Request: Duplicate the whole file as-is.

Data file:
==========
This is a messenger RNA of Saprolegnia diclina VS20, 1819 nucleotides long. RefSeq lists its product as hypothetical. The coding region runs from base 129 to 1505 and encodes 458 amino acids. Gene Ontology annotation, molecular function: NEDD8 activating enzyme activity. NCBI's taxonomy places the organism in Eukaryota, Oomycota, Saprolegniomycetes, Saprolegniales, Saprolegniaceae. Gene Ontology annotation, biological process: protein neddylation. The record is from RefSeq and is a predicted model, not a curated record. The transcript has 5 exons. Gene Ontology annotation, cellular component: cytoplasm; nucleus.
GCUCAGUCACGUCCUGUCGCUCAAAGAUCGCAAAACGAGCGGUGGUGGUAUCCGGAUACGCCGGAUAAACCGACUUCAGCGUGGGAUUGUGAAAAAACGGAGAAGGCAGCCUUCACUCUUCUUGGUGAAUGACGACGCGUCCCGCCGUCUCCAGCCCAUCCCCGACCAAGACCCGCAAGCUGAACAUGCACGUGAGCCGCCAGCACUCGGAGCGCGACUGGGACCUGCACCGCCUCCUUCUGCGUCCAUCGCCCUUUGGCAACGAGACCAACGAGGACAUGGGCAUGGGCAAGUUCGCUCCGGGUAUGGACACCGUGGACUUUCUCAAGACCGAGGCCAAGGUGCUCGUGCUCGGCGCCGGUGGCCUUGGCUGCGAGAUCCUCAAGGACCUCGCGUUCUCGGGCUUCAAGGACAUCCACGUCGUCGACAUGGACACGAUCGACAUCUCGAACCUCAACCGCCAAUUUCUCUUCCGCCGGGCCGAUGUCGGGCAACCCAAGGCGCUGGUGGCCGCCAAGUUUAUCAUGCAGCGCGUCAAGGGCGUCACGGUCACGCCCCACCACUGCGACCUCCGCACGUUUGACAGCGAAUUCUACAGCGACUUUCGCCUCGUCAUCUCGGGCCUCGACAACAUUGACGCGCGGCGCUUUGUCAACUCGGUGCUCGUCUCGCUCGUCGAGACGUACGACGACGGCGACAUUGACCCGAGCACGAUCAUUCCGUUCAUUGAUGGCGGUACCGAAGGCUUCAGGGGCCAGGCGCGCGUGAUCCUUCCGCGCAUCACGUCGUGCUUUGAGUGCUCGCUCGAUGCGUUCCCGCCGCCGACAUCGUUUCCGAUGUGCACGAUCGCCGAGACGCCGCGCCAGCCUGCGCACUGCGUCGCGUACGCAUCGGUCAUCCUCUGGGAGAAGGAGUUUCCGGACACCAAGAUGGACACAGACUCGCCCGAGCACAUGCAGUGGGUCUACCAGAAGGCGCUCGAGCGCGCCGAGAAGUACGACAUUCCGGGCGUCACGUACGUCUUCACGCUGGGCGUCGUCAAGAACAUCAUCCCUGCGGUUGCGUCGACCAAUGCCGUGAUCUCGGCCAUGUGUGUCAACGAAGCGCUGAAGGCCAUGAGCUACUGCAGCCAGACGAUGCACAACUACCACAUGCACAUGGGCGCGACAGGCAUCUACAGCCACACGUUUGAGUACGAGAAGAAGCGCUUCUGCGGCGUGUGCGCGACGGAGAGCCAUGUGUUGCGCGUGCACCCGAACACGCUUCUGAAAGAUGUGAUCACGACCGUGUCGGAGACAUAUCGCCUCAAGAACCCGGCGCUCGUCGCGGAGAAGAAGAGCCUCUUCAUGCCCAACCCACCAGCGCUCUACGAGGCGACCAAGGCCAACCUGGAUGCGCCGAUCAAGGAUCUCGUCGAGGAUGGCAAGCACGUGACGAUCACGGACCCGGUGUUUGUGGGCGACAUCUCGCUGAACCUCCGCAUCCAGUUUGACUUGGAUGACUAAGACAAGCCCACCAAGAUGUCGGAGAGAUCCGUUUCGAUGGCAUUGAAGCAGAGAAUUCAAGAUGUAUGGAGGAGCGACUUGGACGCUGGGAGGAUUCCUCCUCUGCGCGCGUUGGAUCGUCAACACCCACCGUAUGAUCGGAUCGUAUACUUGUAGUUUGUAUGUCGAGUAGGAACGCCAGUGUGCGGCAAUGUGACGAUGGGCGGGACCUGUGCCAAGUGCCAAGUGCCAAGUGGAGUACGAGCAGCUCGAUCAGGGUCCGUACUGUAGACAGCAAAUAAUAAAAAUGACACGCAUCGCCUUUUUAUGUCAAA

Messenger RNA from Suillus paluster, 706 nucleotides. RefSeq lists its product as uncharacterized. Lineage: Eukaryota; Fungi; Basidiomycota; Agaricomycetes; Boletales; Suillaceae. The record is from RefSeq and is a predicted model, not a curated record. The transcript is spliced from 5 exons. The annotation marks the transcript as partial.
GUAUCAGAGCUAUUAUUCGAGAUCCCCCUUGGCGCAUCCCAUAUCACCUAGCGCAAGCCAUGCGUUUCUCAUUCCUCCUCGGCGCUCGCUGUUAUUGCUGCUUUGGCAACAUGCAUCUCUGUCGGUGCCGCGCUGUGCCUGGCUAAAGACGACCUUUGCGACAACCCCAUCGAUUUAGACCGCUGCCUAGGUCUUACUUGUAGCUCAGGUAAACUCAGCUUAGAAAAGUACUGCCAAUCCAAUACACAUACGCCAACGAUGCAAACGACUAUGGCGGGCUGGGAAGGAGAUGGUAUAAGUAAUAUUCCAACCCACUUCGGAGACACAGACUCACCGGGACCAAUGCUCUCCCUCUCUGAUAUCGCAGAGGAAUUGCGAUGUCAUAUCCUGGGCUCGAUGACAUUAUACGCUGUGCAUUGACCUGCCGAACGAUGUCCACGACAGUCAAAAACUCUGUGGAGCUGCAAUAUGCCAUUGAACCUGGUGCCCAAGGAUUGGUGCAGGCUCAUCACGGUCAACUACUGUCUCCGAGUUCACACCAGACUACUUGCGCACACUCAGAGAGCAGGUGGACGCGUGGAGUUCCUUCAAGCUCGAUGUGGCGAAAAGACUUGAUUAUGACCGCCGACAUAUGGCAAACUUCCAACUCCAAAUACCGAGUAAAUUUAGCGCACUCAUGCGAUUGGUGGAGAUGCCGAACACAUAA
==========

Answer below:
This is a messenger RNA of Saprolegnia diclina VS20, 1819 nucleotides long. RefSeq lists its product as hypothetical. The coding region runs from base 129 to 1505 and encodes 458 amino acids. Gene Ontology annotation, molecular function: NEDD8 activating enzyme activity. NCBI's taxonomy places the organism in Eukaryota, Oomycota, Saprolegniomycetes, Saprolegniales, Saprolegniaceae. Gene Ontology annotation, biological process: protein neddylation. The record is from RefSeq and is a predicted model, not a curated record. The transcript has 5 exons. Gene Ontology annotation, cellular component: cytoplasm; nucleus.
GCUCAGUCACGUCCUGUCGCUCAAAGAUCGCAAAACGAGCGGUGGUGGUAUCCGGAUACGCCGGAUAAACCGACUUCAGCGUGGGAUUGUGAAAAAACGGAGAAGGCAGCCUUCACUCUUCUUGGUGAAUGACGACGCGUCCCGCCGUCUCCAGCCCAUCCCCGACCAAGACCCGCAAGCUGAACAUGCACGUGAGCCGCCAGCACUCGGAGCGCGACUGGGACCUGCACCGCCUCCUUCUGCGUCCAUCGCCCUUUGGCAACGAGACCAACGAGGACAUGGGCAUGGGCAAGUUCGCUCCGGGUAUGGACACCGUGGACUUUCUCAAGACCGAGGCCAAGGUGCUCGUGCUCGGCGCCGGUGGCCUUGGCUGCGAGAUCCUCAAGGACCUCGCGUUCUCGGGCUUCAAGGACAUCCACGUCGUCGACAUGGACACGAUCGACAUCUCGAACCUCAACCGCCAAUUUCUCUUCCGCCGGGCCGAUGUCGGGCAACCCAAGGCGCUGGUGGCCGCCAAGUUUAUCAUGCAGCGCGUCAAGGGCGUCACGGUCACGCCCCACCACUGCGACCUCCGCACGUUUGACAGCGAAUUCUACAGCGACUUUCGCCUCGUCAUCUCGGGCCUCGACAACAUUGACGCGCGGCGCUUUGUCAACUCGGUGCUCGUCUCGCUCGUCGAGACGUACGACGACGGCGACAUUGACCCGAGCACGAUCAUUCCGUUCAUUGAUGGCGGUACCGAAGGCUUCAGGGGCCAGGCGCGCGUGAUCCUUCCGCGCAUCACGUCGUGCUUUGAGUGCUCGCUCGAUGCGUUCCCGCCGCCGACAUCGUUUCCGAUGUGCACGAUCGCCGAGACGCCGCGCCAGCCUGCGCACUGCGUCGCGUACGCAUCGGUCAUCCUCUGGGAGAAGGAGUUUCCGGACACCAAGAUGGACACAGACUCGCCCGAGCACAUGCAGUGGGUCUACCAGAAGGCGCUCGAGCGCGCCGAGAAGUACGACAUUCCGGGCGUCACGUACGUCUUCACGCUGGGCGUCGUCAAGAACAUCAUCCCUGCGGUUGCGUCGACCAAUGCCGUGAUCUCGGCCAUGUGUGUCAACGAAGCGCUGAAGGCCAUGAGCUACUGCAGCCAGACGAUGCACAACUACCACAUGCACAUGGGCGCGACAGGCAUCUACAGCCACACGUUUGAGUACGAGAAGAAGCGCUUCUGCGGCGUGUGCGCGACGGAGAGCCAUGUGUUGCGCGUGCACCCGAACACGCUUCUGAAAGAUGUGAUCACGACCGUGUCGGAGACAUAUCGCCUCAAGAACCCGGCGCUCGUCGCGGAGAAGAAGAGCCUCUUCAUGCCCAACCCACCAGCGCUCUACGAGGCGACCAAGGCCAACCUGGAUGCGCCGAUCAAGGAUCUCGUCGAGGAUGGCAAGCACGUGACGAUCACGGACCCGGUGUUUGUGGGCGACAUCUCGCUGAACCUCCGCAUCCAGUUUGACUUGGAUGACUAAGACAAGCCCACCAAGAUGUCGGAGAGAUCCGUUUCGAUGGCAUUGAAGCAGAGAAUUCAAGAUGUAUGGAGGAGCGACUUGGACGCUGGGAGGAUUCCUCCUCUGCGCGCGUUGGAUCGUCAACACCCACCGUAUGAUCGGAUCGUAUACUUGUAGUUUGUAUGUCGAGUAGGAACGCCAGUGUGCGGCAAUGUGACGAUGGGCGGGACCUGUGCCAAGUGCCAAGUGCCAAGUGGAGUACGAGCAGCUCGAUCAGGGUCCGUACUGUAGACAGCAAAUAAUAAAAAUGACACGCAUCGCCUUUUUAUGUCAAA

Messenger RNA from Suillus paluster, 706 nucleotides. RefSeq lists its product as uncharacterized. Lineage: Eukaryota; Fungi; Basidiomycota; Agaricomycetes; Boletales; Suillaceae. The record is from RefSeq and is a predicted model, not a curated record. The transcript is spliced from 5 exons. The annotation marks the transcript as partial.
GUAUCAGAGCUAUUAUUCGAGAUCCCCCUUGGCGCAUCCCAUAUCACCUAGCGCAAGCCAUGCGUUUCUCAUUCCUCCUCGGCGCUCGCUGUUAUUGCUGCUUUGGCAACAUGCAUCUCUGUCGGUGCCGCGCUGUGCCUGGCUAAAGACGACCUUUGCGACAACCCCAUCGAUUUAGACCGCUGCCUAGGUCUUACUUGUAGCUCAGGUAAACUCAGCUUAGAAAAGUACUGCCAAUCCAAUACACAUACGCCAACGAUGCAAACGACUAUGGCGGGCUGGGAAGGAGAUGGUAUAAGUAAUAUUCCAACCCACUUCGGAGACACAGACUCACCGGGACCAAUGCUCUCCCUCUCUGAUAUCGCAGAGGAAUUGCGAUGUCAUAUCCUGGGCUCGAUGACAUUAUACGCUGUGCAUUGACCUGCCGAACGAUGUCCACGACAGUCAAAAACUCUGUGGAGCUGCAAUAUGCCAUUGAACCUGGUGCCCAAGGAUUGGUGCAGGCUCAUCACGGUCAACUACUGUCUCCGAGUUCACACCAGACUACUUGCGCACACUCAGAGAGCAGGUGGACGCGUGGAGUUCCUUCAAGCUCGAUGUGGCGAAAAGACUUGAUUAUGACCGCCGACAUAUGGCAAACUUCCAACUCCAAAUACCGAGUAAAUUUAGCGCACUCAUGCGAUUGGUGGAGAUGCCGAACACAUAA